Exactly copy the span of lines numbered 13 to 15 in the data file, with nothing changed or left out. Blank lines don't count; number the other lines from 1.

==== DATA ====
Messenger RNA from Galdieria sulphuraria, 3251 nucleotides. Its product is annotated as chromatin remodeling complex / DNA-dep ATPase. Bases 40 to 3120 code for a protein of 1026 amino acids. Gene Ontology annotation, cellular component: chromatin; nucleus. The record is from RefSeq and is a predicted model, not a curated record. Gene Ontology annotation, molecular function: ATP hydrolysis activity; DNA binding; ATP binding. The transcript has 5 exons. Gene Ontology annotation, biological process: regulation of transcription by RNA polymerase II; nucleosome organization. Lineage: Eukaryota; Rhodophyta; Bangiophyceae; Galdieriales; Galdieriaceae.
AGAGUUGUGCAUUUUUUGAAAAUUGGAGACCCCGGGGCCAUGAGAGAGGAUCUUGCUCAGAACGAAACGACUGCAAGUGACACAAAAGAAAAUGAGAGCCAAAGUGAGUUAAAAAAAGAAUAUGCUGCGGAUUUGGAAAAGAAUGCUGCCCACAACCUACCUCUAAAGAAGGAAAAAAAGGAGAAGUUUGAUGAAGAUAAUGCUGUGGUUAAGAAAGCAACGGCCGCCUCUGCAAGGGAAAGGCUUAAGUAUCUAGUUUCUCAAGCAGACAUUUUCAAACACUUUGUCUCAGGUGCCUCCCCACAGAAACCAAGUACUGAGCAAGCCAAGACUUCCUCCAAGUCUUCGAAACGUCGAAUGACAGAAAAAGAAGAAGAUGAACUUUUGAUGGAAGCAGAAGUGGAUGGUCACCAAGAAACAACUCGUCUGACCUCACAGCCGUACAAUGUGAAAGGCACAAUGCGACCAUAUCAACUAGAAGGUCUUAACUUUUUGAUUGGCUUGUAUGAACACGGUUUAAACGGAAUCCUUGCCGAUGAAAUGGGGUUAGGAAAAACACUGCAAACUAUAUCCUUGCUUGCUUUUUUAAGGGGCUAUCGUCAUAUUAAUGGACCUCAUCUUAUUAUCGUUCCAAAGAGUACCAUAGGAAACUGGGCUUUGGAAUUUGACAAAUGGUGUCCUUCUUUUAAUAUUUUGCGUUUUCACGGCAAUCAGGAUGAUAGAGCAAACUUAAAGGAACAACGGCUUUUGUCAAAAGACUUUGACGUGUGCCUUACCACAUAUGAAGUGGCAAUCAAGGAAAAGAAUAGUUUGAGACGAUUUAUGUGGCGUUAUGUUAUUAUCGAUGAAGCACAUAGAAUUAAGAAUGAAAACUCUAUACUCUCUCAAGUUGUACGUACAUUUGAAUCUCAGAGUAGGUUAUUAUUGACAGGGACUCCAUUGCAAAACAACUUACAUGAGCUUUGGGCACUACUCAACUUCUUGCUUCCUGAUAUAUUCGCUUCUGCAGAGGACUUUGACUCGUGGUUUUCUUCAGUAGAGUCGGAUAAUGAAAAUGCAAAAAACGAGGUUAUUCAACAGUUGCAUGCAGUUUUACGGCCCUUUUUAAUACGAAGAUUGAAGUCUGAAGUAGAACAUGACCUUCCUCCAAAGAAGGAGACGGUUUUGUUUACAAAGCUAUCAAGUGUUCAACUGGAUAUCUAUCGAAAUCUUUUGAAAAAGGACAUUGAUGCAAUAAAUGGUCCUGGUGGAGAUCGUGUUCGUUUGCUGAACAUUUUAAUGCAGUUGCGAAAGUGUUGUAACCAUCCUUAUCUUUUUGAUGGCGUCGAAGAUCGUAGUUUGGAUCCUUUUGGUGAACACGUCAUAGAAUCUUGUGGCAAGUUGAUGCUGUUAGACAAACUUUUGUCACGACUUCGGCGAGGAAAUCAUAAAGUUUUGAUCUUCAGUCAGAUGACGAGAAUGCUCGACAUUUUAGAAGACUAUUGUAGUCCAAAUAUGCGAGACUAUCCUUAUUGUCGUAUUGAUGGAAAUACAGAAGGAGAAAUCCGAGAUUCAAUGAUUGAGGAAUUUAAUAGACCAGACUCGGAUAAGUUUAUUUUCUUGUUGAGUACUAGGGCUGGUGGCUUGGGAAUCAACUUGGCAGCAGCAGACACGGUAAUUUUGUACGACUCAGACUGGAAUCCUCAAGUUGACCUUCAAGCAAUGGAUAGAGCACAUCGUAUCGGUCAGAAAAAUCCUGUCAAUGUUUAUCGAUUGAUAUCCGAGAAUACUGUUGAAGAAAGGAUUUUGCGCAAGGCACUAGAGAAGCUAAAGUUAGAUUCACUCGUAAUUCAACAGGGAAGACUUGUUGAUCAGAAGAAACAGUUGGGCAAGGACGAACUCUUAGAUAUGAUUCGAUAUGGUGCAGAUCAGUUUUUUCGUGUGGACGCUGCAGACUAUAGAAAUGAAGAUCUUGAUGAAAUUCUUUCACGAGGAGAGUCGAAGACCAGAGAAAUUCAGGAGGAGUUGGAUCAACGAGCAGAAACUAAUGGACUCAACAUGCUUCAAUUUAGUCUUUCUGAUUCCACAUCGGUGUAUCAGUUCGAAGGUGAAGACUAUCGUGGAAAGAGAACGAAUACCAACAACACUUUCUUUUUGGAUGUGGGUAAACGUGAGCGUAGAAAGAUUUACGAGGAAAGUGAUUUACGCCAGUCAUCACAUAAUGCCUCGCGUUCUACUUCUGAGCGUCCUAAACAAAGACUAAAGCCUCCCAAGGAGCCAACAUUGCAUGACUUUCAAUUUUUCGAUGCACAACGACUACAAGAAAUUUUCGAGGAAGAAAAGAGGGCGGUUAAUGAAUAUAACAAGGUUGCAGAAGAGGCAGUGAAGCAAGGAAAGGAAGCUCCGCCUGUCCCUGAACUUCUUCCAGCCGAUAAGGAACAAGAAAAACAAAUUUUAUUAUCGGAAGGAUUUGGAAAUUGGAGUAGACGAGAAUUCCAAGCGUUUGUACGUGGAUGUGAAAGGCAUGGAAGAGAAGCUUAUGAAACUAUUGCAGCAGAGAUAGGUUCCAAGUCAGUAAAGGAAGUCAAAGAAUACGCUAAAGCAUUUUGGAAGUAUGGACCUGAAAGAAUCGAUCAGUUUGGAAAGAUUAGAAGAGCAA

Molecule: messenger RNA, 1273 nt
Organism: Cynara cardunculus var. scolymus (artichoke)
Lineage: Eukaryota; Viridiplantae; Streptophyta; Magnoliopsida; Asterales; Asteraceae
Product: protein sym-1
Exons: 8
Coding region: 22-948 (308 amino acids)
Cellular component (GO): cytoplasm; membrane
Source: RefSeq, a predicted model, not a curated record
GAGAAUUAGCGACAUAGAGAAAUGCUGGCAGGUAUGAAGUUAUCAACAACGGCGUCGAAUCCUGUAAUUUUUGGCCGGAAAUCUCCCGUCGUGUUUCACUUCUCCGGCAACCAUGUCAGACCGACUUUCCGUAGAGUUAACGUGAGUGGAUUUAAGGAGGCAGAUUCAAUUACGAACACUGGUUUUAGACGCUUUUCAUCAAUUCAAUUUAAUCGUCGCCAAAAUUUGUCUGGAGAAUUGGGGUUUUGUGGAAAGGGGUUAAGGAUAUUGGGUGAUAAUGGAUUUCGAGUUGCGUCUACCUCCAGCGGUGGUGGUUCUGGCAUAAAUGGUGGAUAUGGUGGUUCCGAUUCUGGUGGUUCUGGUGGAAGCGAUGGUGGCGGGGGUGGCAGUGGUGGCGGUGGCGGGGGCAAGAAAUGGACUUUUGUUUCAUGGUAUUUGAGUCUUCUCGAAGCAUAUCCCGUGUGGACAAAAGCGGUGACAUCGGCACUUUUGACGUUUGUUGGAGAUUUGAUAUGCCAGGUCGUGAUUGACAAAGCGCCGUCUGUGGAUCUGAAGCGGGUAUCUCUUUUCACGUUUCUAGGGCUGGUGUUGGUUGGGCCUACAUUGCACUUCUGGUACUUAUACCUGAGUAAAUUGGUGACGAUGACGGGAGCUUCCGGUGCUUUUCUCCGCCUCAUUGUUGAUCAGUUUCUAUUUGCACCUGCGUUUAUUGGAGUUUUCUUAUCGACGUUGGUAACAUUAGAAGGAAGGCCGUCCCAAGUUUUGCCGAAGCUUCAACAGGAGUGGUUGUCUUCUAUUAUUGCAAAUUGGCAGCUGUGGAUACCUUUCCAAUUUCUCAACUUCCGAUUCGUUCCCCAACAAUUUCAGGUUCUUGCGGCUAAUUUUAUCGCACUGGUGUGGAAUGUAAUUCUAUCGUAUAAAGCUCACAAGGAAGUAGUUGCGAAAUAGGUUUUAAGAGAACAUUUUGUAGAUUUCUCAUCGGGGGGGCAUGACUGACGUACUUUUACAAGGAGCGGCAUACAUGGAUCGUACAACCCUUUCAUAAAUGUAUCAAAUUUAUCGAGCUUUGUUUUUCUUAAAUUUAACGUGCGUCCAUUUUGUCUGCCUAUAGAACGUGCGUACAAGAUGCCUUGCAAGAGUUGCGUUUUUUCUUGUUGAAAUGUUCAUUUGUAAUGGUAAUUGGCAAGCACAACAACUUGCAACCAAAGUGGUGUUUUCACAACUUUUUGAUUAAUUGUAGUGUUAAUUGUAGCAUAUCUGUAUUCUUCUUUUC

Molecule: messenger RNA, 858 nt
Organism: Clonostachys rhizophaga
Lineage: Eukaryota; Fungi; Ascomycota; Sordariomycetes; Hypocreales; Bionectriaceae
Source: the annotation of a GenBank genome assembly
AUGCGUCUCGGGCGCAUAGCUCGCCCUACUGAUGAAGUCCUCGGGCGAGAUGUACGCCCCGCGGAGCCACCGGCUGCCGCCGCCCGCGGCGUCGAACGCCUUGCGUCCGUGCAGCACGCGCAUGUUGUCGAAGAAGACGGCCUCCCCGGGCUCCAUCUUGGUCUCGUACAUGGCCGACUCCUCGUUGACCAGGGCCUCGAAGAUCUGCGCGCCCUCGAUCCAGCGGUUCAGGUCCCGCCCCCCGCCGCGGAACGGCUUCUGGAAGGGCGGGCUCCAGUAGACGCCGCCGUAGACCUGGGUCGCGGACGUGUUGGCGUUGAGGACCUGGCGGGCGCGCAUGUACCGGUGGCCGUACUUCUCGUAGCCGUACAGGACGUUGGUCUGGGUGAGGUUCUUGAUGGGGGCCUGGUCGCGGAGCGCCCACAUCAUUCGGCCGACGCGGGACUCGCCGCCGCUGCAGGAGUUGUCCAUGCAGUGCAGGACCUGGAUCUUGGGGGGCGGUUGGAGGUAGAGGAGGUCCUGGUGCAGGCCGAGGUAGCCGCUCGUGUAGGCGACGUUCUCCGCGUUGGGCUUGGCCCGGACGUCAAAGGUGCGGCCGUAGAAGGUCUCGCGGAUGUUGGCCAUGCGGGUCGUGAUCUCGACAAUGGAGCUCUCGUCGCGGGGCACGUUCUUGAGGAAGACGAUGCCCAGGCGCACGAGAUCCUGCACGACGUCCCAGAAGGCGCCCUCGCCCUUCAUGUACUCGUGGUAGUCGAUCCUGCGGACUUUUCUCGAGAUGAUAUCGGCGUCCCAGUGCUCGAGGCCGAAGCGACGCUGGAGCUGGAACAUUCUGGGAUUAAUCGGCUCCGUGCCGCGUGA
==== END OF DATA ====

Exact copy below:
Organism: Clonostachys rhizophaga
Lineage: Eukaryota; Fungi; Ascomycota; Sordariomycetes; Hypocreales; Bionectriaceae
Source: the annotation of a GenBank genome assembly